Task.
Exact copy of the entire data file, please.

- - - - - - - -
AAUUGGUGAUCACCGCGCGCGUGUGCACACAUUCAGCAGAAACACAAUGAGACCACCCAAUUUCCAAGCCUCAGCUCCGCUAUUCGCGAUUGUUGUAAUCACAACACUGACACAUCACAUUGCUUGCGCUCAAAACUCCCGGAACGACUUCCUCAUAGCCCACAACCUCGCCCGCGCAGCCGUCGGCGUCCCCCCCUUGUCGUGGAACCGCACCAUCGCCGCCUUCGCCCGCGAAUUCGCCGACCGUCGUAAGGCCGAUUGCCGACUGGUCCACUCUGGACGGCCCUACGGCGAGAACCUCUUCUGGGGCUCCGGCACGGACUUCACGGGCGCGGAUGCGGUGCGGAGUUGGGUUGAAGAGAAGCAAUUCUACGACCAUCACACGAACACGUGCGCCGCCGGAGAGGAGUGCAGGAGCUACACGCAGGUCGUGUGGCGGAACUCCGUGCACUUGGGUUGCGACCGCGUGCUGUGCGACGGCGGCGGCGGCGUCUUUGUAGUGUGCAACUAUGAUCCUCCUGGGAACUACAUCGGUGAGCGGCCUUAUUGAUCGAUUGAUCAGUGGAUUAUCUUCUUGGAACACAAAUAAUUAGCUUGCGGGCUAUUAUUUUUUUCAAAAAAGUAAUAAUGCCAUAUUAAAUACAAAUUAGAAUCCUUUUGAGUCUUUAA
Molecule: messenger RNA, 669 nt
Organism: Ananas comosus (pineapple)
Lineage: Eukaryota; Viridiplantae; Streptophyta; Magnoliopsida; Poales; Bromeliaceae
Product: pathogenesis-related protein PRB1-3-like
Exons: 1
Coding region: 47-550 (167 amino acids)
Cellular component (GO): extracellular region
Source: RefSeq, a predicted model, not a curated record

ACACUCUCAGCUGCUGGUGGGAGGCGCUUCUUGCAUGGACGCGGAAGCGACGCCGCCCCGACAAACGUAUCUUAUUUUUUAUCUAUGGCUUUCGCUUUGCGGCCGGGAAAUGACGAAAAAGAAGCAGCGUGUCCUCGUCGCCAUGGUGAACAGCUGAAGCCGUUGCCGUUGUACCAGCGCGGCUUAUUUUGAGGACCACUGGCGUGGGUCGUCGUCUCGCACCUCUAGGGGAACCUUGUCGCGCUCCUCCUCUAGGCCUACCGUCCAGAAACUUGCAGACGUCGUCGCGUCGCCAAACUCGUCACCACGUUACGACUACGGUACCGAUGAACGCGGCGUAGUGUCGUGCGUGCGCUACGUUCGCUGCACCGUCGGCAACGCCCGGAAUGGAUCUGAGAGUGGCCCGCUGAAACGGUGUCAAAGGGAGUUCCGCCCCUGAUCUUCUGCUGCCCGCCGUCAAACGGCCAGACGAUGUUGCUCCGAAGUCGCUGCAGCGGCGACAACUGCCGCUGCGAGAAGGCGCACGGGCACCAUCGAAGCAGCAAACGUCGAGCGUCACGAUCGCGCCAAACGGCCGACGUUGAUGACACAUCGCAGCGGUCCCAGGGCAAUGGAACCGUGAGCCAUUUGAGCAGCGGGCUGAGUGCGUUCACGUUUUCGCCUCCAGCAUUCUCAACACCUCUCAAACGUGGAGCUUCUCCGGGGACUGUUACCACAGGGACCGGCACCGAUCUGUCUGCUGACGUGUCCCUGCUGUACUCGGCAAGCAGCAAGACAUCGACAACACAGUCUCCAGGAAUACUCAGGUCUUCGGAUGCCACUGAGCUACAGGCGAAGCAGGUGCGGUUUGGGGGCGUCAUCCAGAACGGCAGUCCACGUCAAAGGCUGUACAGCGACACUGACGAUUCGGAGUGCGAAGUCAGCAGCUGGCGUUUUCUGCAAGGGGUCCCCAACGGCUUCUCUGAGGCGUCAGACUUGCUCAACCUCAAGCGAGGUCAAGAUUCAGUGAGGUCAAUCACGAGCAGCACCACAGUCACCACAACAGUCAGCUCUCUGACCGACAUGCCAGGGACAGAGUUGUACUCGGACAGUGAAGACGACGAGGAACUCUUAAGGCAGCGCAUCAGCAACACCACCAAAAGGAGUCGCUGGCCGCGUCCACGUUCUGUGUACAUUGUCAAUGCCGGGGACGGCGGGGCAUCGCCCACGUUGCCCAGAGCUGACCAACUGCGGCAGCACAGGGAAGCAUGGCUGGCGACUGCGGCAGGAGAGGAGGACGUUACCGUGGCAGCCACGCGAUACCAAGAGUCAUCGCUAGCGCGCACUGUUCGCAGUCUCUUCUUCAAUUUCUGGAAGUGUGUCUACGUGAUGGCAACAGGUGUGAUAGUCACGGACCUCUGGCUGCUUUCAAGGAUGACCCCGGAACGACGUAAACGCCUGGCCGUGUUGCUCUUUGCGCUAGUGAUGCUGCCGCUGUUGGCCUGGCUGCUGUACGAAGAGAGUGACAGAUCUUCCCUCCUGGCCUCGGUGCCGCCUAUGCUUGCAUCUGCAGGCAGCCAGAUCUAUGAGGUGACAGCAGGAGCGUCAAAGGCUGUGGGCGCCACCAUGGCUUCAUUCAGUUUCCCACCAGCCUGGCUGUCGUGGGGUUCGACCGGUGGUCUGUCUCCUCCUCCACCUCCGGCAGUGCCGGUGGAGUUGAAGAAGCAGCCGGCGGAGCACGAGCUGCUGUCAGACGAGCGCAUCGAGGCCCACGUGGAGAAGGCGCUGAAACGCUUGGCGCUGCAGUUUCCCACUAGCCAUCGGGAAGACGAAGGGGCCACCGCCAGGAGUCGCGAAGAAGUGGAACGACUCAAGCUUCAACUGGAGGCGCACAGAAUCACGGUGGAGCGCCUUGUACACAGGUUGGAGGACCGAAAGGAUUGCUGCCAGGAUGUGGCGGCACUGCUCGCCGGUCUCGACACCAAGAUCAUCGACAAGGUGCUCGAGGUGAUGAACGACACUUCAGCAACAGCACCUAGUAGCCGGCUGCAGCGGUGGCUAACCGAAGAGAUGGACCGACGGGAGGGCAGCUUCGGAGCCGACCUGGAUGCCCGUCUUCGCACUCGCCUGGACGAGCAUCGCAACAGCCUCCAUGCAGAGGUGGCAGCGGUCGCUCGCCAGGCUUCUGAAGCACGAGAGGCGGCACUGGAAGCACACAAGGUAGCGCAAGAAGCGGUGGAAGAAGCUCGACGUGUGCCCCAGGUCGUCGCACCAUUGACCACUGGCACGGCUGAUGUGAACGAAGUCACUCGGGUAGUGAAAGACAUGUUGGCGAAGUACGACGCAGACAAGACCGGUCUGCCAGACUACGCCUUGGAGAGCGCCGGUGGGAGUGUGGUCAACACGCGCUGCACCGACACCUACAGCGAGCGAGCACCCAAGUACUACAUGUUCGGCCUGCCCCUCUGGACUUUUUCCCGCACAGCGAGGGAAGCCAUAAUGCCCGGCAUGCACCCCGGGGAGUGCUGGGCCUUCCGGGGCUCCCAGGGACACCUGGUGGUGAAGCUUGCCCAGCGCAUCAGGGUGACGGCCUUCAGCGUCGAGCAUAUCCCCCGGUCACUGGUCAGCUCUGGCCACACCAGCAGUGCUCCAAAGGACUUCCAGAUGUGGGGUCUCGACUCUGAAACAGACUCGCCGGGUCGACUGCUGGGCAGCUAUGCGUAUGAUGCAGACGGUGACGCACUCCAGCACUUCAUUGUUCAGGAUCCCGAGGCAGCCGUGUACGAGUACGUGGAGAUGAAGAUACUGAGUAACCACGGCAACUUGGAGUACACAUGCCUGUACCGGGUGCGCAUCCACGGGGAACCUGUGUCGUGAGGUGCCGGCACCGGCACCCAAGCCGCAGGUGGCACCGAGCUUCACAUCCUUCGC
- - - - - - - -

AAUUGGUGAUCACCGCGCGCGUGUGCACACAUUCAGCAGAAACACAAUGAGACCACCCAAUUUCCAAGCCUCAGCUCCGCUAUUCGCGAUUGUUGUAAUCACAACACUGACACAUCACAUUGCUUGCGCUCAAAACUCCCGGAACGACUUCCUCAUAGCCCACAACCUCGCCCGCGCAGCCGUCGGCGUCCCCCCCUUGUCGUGGAACCGCACCAUCGCCGCCUUCGCCCGCGAAUUCGCCGACCGUCGUAAGGCCGAUUGCCGACUGGUCCACUCUGGACGGCCCUACGGCGAGAACCUCUUCUGGGGCUCCGGCACGGACUUCACGGGCGCGGAUGCGGUGCGGAGUUGGGUUGAAGAGAAGCAAUUCUACGACCAUCACACGAACACGUGCGCCGCCGGAGAGGAGUGCAGGAGCUACACGCAGGUCGUGUGGCGGAACUCCGUGCACUUGGGUUGCGACCGCGUGCUGUGCGACGGCGGCGGCGGCGUCUUUGUAGUGUGCAACUAUGAUCCUCCUGGGAACUACAUCGGUGAGCGGCCUUAUUGAUCGAUUGAUCAGUGGAUUAUCUUCUUGGAACACAAAUAAUUAGCUUGCGGGCUAUUAUUUUUUUCAAAAAAGUAAUAAUGCCAUAUUAAAUACAAAUUAGAAUCCUUUUGAGUCUUUAA
Molecule: messenger RNA, 669 nt
Organism: Ananas comosus (pineapple)
Lineage: Eukaryota; Viridiplantae; Streptophyta; Magnoliopsida; Poales; Bromeliaceae
Product: pathogenesis-related protein PRB1-3-like
Exons: 1
Coding region: 47-550 (167 amino acids)
Cellular component (GO): extracellular region
Source: RefSeq, a predicted model, not a curated record

ACACUCUCAGCUGCUGGUGGGAGGCGCUUCUUGCAUGGACGCGGAAGCGACGCCGCCCCGACAAACGUAUCUUAUUUUUUAUCUAUGGCUUUCGCUUUGCGGCCGGGAAAUGACGAAAAAGAAGCAGCGUGUCCUCGUCGCCAUGGUGAACAGCUGAAGCCGUUGCCGUUGUACCAGCGCGGCUUAUUUUGAGGACCACUGGCGUGGGUCGUCGUCUCGCACCUCUAGGGGAACCUUGUCGCGCUCCUCCUCUAGGCCUACCGUCCAGAAACUUGCAGACGUCGUCGCGUCGCCAAACUCGUCACCACGUUACGACUACGGUACCGAUGAACGCGGCGUAGUGUCGUGCGUGCGCUACGUUCGCUGCACCGUCGGCAACGCCCGGAAUGGAUCUGAGAGUGGCCCGCUGAAACGGUGUCAAAGGGAGUUCCGCCCCUGAUCUUCUGCUGCCCGCCGUCAAACGGCCAGACGAUGUUGCUCCGAAGUCGCUGCAGCGGCGACAACUGCCGCUGCGAGAAGGCGCACGGGCACCAUCGAAGCAGCAAACGUCGAGCGUCACGAUCGCGCCAAACGGCCGACGUUGAUGACACAUCGCAGCGGUCCCAGGGCAAUGGAACCGUGAGCCAUUUGAGCAGCGGGCUGAGUGCGUUCACGUUUUCGCCUCCAGCAUUCUCAACACCUCUCAAACGUGGAGCUUCUCCGGGGACUGUUACCACAGGGACCGGCACCGAUCUGUCUGCUGACGUGUCCCUGCUGUACUCGGCAAGCAGCAAGACAUCGACAACACAGUCUCCAGGAAUACUCAGGUCUUCGGAUGCCACUGAGCUACAGGCGAAGCAGGUGCGGUUUGGGGGCGUCAUCCAGAACGGCAGUCCACGUCAAAGGCUGUACAGCGACACUGACGAUUCGGAGUGCGAAGUCAGCAGCUGGCGUUUUCUGCAAGGGGUCCCCAACGGCUUCUCUGAGGCGUCAGACUUGCUCAACCUCAAGCGAGGUCAAGAUUCAGUGAGGUCAAUCACGAGCAGCACCACAGUCACCACAACAGUCAGCUCUCUGACCGACAUGCCAGGGACAGAGUUGUACUCGGACAGUGAAGACGACGAGGAACUCUUAAGGCAGCGCAUCAGCAACACCACCAAAAGGAGUCGCUGGCCGCGUCCACGUUCUGUGUACAUUGUCAAUGCCGGGGACGGCGGGGCAUCGCCCACGUUGCCCAGAGCUGACCAACUGCGGCAGCACAGGGAAGCAUGGCUGGCGACUGCGGCAGGAGAGGAGGACGUUACCGUGGCAGCCACGCGAUACCAAGAGUCAUCGCUAGCGCGCACUGUUCGCAGUCUCUUCUUCAAUUUCUGGAAGUGUGUCUACGUGAUGGCAACAGGUGUGAUAGUCACGGACCUCUGGCUGCUUUCAAGGAUGACCCCGGAACGACGUAAACGCCUGGCCGUGUUGCUCUUUGCGCUAGUGAUGCUGCCGCUGUUGGCCUGGCUGCUGUACGAAGAGAGUGACAGAUCUUCCCUCCUGGCCUCGGUGCCGCCUAUGCUUGCAUCUGCAGGCAGCCAGAUCUAUGAGGUGACAGCAGGAGCGUCAAAGGCUGUGGGCGCCACCAUGGCUUCAUUCAGUUUCCCACCAGCCUGGCUGUCGUGGGGUUCGACCGGUGGUCUGUCUCCUCCUCCACCUCCGGCAGUGCCGGUGGAGUUGAAGAAGCAGCCGGCGGAGCACGAGCUGCUGUCAGACGAGCGCAUCGAGGCCCACGUGGAGAAGGCGCUGAAACGCUUGGCGCUGCAGUUUCCCACUAGCCAUCGGGAAGACGAAGGGGCCACCGCCAGGAGUCGCGAAGAAGUGGAACGACUCAAGCUUCAACUGGAGGCGCACAGAAUCACGGUGGAGCGCCUUGUACACAGGUUGGAGGACCGAAAGGAUUGCUGCCAGGAUGUGGCGGCACUGCUCGCCGGUCUCGACACCAAGAUCAUCGACAAGGUGCUCGAGGUGAUGAACGACACUUCAGCAACAGCACCUAGUAGCCGGCUGCAGCGGUGGCUAACCGAAGAGAUGGACCGACGGGAGGGCAGCUUCGGAGCCGACCUGGAUGCCCGUCUUCGCACUCGCCUGGACGAGCAUCGCAACAGCCUCCAUGCAGAGGUGGCAGCGGUCGCUCGCCAGGCUUCUGAAGCACGAGAGGCGGCACUGGAAGCACACAAGGUAGCGCAAGAAGCGGUGGAAGAAGCUCGACGUGUGCCCCAGGUCGUCGCACCAUUGACCACUGGCACGGCUGAUGUGAACGAAGUCACUCGGGUAGUGAAAGACAUGUUGGCGAAGUACGACGCAGACAAGACCGGUCUGCCAGACUACGCCUUGGAGAGCGCCGGUGGGAGUGUGGUCAACACGCGCUGCACCGACACCUACAGCGAGCGAGCACCCAAGUACUACAUGUUCGGCCUGCCCCUCUGGACUUUUUCCCGCACAGCGAGGGAAGCCAUAAUGCCCGGCAUGCACCCCGGGGAGUGCUGGGCCUUCCGGGGCUCCCAGGGACACCUGGUGGUGAAGCUUGCCCAGCGCAUCAGGGUGACGGCCUUCAGCGUCGAGCAUAUCCCCCGGUCACUGGUCAGCUCUGGCCACACCAGCAGUGCUCCAAAGGACUUCCAGAUGUGGGGUCUCGACUCUGAAACAGACUCGCCGGGUCGACUGCUGGGCAGCUAUGCGUAUGAUGCAGACGGUGACGCACUCCAGCACUUCAUUGUUCAGGAUCCCGAGGCAGCCGUGUACGAGUACGUGGAGAUGAAGAUACUGAGUAACCACGGCAACUUGGAGUACACAUGCCUGUACCGGGUGCGCAUCCACGGGGAACCUGUGUCGUGAGGUGCCGGCACCGGCACCCAAGCCGCAGGUGGCACCGAGCUUCACAUCCUUCGC